We're around the point when new year's resolutions begin to fall flat, and the cyclical phrase "Maybe next year!" starts being thrown around. A similar sentiment has become ubiquitous with The Oscars when it comes to horror. Year after year, despite horror films smashing box office records and dominating cultural discussions, the glimmer of hope that this year The Oscars will recognize those films is repeatedly snuffed out.
At this point, it's expected —when this year's nominees were announced, fans were quick to point out the omission of last year's hits: No recognition for Elisha Christian's chillingly beautiful cinematography for The Night House? John Carpenter's stellar score for Halloween Kills? The case on the snubbing of horror by The Academy and, by extension, serious film critics (whatever that means) is nothing new, but an interesting discrepancy is notable with film's neighboring industry: when it comes to video games, horror is widely acknowledged and celebrated as a serious genre.
The Game Awards, arguably the most prominent gaming awards event of the past decade, is an excellent example of the discrepancy when looking at The Oscars as its award show counterpart. During its sixth year, The Game Awards gave its most prestigious Game Of The Year award to its first horror game with Naughty Dogs' The Last of Us Part II in 2020. To put things into perspective, in The Oscars' 94-year run, only one horror movie has ever taken home its most prestigious award, with Silence of the Lambs winning Best Picture in 1991–its 64th show.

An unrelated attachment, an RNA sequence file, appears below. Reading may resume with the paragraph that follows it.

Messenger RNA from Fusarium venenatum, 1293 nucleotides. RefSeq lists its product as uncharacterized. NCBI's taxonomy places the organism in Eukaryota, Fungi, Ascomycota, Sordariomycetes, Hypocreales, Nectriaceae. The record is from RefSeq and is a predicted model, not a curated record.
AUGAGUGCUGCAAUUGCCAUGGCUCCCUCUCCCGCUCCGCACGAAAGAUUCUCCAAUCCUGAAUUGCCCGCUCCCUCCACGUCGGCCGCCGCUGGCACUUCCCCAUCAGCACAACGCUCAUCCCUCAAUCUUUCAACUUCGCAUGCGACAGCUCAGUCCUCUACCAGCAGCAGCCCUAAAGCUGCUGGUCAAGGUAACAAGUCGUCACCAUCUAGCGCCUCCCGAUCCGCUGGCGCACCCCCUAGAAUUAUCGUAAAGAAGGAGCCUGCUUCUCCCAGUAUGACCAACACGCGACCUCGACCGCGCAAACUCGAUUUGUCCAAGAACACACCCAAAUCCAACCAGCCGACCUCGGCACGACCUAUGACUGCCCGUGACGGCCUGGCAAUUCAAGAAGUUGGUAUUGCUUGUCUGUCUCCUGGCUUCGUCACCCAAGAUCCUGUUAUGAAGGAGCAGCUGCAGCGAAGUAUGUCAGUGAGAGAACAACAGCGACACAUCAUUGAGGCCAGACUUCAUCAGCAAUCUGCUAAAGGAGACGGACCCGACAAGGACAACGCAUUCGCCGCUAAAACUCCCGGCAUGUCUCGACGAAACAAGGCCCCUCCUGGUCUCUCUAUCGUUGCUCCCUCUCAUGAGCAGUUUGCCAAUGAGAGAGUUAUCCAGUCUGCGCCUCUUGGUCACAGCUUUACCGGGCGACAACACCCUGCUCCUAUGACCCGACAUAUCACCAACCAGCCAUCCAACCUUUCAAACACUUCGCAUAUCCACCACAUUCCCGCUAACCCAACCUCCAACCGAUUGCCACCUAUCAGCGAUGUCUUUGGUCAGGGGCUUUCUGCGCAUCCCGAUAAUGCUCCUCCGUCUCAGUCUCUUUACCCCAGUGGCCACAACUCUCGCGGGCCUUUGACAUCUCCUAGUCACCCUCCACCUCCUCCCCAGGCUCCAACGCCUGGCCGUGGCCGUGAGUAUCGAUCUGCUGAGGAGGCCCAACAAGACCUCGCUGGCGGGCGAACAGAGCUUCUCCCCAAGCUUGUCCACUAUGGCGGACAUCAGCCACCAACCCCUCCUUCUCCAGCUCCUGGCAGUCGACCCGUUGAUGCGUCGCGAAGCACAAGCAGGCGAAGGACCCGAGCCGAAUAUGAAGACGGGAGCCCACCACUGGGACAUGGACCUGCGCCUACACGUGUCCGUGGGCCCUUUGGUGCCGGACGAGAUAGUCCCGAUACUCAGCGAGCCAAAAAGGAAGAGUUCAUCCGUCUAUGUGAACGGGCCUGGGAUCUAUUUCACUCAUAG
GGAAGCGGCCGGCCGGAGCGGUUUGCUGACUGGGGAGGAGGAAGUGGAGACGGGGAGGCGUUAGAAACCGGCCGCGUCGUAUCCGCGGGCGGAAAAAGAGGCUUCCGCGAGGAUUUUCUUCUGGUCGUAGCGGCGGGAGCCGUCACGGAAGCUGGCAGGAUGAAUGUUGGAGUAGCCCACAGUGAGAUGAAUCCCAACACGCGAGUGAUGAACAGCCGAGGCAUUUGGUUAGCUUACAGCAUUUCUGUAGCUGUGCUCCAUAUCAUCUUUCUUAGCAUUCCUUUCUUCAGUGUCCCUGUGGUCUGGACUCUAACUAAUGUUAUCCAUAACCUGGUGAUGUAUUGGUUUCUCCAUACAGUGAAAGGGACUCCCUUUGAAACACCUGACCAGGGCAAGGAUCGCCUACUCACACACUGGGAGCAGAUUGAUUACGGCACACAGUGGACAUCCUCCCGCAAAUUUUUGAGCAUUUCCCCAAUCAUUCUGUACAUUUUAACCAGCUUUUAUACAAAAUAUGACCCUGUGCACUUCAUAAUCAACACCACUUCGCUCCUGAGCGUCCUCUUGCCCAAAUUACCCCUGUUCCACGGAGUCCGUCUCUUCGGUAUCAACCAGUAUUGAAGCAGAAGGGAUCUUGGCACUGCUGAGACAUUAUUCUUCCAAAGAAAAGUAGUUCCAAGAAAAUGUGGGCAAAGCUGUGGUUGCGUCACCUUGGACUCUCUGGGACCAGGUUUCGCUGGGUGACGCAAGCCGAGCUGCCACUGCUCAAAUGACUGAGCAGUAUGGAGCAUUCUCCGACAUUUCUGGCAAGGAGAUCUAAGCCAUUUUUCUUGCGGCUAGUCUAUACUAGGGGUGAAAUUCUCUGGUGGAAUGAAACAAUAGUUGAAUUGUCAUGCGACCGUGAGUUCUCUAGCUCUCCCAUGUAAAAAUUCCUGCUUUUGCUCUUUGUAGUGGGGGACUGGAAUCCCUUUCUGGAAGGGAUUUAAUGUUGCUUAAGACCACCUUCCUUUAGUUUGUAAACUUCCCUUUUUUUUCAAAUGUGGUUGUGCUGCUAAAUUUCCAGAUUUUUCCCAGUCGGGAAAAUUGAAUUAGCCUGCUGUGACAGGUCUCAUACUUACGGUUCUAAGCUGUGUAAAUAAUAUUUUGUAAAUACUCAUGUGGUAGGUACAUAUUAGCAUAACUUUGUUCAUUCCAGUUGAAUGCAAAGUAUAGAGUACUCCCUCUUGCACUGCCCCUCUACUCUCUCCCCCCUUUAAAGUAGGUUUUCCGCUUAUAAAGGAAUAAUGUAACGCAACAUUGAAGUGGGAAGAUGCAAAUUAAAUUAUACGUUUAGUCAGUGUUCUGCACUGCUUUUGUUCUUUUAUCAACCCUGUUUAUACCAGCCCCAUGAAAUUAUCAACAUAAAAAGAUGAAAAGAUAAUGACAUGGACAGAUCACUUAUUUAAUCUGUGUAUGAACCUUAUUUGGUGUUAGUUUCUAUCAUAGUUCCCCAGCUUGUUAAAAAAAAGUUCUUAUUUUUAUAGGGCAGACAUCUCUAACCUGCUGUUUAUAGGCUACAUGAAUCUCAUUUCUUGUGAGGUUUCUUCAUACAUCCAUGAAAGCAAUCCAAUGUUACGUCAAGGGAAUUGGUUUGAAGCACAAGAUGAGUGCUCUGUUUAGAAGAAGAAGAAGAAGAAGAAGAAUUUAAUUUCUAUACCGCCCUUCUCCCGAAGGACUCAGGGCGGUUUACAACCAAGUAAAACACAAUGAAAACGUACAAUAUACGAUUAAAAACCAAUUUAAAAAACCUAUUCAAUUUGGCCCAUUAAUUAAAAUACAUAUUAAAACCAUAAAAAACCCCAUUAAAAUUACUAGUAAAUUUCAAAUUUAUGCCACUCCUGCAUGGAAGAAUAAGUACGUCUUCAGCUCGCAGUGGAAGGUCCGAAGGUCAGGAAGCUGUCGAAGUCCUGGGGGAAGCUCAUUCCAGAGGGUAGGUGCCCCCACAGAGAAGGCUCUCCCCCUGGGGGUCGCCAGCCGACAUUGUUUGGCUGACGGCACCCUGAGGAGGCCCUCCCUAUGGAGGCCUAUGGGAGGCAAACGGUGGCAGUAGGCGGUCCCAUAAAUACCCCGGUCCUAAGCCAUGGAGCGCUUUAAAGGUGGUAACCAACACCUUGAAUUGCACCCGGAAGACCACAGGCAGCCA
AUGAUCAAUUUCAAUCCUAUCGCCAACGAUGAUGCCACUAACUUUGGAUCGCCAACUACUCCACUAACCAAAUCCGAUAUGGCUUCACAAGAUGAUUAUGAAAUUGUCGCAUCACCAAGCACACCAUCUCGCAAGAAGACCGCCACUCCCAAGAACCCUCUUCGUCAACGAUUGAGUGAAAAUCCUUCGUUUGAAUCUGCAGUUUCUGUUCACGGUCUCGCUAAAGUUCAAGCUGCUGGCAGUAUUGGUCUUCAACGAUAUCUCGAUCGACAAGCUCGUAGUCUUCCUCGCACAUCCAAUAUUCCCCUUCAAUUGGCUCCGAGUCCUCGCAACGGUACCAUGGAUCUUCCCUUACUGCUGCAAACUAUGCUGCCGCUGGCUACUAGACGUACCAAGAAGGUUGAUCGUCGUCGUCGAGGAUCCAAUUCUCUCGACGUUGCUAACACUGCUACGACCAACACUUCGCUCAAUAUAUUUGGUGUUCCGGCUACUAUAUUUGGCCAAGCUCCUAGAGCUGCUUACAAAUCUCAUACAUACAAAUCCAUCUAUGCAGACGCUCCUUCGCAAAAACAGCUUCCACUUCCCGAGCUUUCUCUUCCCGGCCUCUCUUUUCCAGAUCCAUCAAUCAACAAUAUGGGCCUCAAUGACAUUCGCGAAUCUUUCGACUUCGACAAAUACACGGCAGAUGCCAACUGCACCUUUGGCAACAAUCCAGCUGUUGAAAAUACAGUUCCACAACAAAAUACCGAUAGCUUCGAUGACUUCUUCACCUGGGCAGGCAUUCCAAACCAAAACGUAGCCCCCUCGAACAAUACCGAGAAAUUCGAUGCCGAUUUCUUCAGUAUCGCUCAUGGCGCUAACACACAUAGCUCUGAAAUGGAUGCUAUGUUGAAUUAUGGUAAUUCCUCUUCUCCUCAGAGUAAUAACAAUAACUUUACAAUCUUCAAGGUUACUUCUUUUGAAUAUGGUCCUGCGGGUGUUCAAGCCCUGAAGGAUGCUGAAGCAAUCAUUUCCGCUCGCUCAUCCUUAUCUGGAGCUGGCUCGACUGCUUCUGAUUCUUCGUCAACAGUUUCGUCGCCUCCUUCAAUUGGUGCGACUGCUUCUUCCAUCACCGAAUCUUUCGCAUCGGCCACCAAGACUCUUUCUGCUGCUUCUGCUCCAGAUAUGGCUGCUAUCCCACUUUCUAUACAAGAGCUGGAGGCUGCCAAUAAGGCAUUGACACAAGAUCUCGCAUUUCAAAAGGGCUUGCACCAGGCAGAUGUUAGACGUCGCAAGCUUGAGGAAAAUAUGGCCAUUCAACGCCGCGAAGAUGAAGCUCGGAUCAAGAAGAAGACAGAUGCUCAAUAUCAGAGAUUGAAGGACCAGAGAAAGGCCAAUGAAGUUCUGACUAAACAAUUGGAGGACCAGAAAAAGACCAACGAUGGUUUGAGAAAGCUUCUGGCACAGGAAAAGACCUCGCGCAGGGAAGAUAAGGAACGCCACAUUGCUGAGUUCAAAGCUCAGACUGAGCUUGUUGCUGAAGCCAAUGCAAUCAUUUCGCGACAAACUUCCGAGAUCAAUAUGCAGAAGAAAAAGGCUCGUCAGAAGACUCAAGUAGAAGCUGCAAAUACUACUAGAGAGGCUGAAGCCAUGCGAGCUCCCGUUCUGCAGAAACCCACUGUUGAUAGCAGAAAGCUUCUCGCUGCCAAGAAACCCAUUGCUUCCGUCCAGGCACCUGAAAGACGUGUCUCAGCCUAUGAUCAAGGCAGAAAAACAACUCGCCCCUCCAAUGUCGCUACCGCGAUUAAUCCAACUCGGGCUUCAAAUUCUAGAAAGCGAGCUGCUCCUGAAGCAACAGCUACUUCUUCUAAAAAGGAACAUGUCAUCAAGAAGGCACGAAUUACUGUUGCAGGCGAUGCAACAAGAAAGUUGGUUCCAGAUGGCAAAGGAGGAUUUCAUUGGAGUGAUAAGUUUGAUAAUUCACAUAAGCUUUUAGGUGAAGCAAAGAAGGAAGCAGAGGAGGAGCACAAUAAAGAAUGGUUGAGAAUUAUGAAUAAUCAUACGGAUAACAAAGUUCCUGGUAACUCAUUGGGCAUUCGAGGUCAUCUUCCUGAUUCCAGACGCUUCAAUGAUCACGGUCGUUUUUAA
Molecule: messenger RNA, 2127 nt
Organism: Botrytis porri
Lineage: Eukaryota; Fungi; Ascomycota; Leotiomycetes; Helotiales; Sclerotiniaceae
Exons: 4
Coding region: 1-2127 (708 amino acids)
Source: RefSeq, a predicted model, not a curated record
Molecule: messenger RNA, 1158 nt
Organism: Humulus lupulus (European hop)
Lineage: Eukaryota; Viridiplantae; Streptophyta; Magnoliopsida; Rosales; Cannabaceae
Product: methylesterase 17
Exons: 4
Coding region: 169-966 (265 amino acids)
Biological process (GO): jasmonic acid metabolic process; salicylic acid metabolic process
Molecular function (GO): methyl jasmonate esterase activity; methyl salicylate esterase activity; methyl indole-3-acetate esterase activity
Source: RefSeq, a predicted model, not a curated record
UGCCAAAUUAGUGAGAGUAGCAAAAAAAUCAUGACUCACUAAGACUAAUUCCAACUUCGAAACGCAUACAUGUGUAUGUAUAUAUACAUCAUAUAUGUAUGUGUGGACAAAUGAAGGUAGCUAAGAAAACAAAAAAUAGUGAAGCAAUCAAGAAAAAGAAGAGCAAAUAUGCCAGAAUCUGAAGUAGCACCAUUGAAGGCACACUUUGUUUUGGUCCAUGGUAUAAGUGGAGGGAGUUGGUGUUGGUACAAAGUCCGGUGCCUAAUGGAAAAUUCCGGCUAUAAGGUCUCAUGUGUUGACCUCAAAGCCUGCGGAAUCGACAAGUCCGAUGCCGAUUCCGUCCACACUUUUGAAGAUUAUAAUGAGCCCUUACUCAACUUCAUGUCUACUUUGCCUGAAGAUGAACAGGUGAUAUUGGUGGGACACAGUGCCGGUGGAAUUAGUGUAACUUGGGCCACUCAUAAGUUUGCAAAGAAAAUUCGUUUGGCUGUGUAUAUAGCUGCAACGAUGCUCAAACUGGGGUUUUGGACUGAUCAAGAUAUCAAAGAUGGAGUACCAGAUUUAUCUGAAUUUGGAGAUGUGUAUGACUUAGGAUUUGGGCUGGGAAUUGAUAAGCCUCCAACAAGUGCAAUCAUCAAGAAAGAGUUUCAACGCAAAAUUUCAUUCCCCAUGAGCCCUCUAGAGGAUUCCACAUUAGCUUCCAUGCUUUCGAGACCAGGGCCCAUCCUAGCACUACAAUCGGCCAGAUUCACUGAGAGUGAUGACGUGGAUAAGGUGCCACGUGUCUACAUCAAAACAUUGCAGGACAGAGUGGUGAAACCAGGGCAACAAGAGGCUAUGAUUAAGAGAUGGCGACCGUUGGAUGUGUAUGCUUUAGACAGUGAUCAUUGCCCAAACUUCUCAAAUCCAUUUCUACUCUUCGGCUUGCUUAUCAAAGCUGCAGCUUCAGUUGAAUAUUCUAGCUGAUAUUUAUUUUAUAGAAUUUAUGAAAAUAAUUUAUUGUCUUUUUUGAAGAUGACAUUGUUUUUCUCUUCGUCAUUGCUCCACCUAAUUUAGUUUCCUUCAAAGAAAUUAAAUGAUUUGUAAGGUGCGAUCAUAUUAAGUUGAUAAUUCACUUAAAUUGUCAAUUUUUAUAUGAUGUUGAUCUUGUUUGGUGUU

This discrepancy isn't just limited to The Oscars and The Game Awards. The general attitude between the two tends to differ drastically regarding horror. Where many would describe horror films as cheap, mindless, splatterfests when looking at films like Scream or the Fear Street series, others tend to laud horror games as heart-wrenching, emotional experiences with titles like The Last of Us or Days Gone.
For starters, there are often polarized discussions related to what exactly classifies a film as "horror." For example, Netflix's Don't Look Up, a devastating albeit satirical take on the apocalypse, is nominated this year for Best Picture. When I watched Don't Look Up, I found myself chuckling at some of its caricatures that play on real-life phenomenons (people that are so obsessed with media attention that it literally clouds them from acknowledging a giant meteor crashing down on them). Yet, I walked away from the film more anxious and unsettled than amused–something that not even many films advertised as horror can inflict upon me. It's the apocalypse!
All of the protagonists die in abrupt, blazing destruction, and the film does a great job showing how quickly society can unravel when a great tragedy strikes! And yet, I can guarantee if I described the movie as horror to someone, nine times out of ten, they'd viscerally reply, "No, no. If anything, I'd say that film is actually a psychological thriller." Don't Look Up didn't thrill me. It scared the hell out of me!